Another environmental consideration that seems to be missed, however, is the battery or batteries and their components. How environmentally friendly are they and their manufacturing processes?

The question, therefore, is as to how green electric cars can be in this equation, especially if and when we consider their components. Plastics for the bodywork – to make the cars lighter – the batteries, the motors, etc. Many of those are toxic components too. Here we encounter the great “hmm???”, don't we.

Meanwhile Boris Johnson has said he will work with businesses, boroughs and other public sector organizations to deliver 25,000 charging points in London's workplaces, retail outlets, streets, public car parks and station car parks by 2015 and attempt to alter planning guidance in the capital so that 20% of parking places in new developments should be equipped with charging points.

Mayor Johnson said: "The time for simply talking about electric vehicles is over - we need real action on the ground to make the electric vehicle an easy choice for Londoners.

"I am today committing millions to install the infrastructure needed for when, in just a few years time, these vehicles become much more widely available.

"This is an unprecedented package of measures to make London the electric car capital of Europe.

"By taking these steps, we will not only create green collar jobs, but also smooth the way for less polluting transport choices which will improve our air quality, reduce traffic noise and contribute significantly to my carbon emissions reduction target."

The estimated cost of the 25,000 charging points and conversion of the Greater London Authority fleet is £60million - the Mayor has pledged to fund a third of this and is calling for the Government and the private sector to commit the remainder.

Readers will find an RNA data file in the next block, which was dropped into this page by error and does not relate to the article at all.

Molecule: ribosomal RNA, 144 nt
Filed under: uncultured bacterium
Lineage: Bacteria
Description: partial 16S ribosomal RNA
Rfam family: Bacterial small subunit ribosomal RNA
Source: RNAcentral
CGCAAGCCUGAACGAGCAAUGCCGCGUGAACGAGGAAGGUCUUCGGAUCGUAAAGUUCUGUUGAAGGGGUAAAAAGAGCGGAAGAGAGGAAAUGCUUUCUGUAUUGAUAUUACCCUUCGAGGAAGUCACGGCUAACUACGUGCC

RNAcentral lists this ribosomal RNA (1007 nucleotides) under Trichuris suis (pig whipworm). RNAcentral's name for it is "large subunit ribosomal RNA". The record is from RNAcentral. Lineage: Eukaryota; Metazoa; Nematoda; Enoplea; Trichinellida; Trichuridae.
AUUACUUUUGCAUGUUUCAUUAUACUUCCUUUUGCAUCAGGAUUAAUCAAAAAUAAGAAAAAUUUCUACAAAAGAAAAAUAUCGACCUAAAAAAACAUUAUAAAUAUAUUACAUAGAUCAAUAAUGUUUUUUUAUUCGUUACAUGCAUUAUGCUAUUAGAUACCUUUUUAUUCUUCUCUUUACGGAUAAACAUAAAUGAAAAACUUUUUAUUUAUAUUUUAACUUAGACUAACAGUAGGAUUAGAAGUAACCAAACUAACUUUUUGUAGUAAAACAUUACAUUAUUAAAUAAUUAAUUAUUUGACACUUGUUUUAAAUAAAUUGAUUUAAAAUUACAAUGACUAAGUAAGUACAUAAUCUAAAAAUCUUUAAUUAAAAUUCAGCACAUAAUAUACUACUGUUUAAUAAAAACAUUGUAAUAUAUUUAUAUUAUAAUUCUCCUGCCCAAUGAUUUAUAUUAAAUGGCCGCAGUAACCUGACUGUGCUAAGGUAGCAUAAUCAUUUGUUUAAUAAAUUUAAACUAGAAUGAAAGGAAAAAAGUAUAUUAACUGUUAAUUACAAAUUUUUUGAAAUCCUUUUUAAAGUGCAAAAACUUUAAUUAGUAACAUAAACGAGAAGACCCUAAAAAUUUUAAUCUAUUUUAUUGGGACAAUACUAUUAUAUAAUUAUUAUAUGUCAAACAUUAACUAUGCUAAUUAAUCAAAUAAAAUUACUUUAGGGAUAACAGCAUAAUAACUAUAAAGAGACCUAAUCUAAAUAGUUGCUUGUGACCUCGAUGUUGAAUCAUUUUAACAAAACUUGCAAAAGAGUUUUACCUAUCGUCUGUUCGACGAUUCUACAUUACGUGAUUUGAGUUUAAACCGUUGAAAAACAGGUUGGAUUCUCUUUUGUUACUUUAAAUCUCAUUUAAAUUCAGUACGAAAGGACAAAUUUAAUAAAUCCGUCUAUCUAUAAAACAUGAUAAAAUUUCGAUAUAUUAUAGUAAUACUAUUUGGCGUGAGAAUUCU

This all sounds very grand indeed but... and here comes the but... the technology has not been given enough boost to be developed to a standard that will make electric cars and vans viable for longer distances and for rural areas and such.

The electric car the size of, say, the Smart Car from Mercedes Benz (I know it presently is still gasoline powered) is fine and good for a runabout and for going into the cities and living and driving in the cities as a single person or a couple. As soon as you add a few kids there is a problem in the offing which has not, as yet, been sufficiently addressed.

On the other hand we should, especially in towns and cities promote the use of bicycles a lot more – the way it is done in Denmark, the Netherlands and Germany – rather than always the car, whether electric, biofuel or still gas and diesel.

However, the great love affair that we all, and especially the governments, and they very much so as the taxes on the gas and diesel give them a nice little earner, have with motorcar and the internal combustion engine that runs gas or diesel that powers it, I think it highly unlikely that alternative means of transport will be pushed, especially that of the human-powered variety. Shame rather.

The only way this will ever change if we, the people, change our approach and tell our elected representatives to do as we ask or else.

© 2009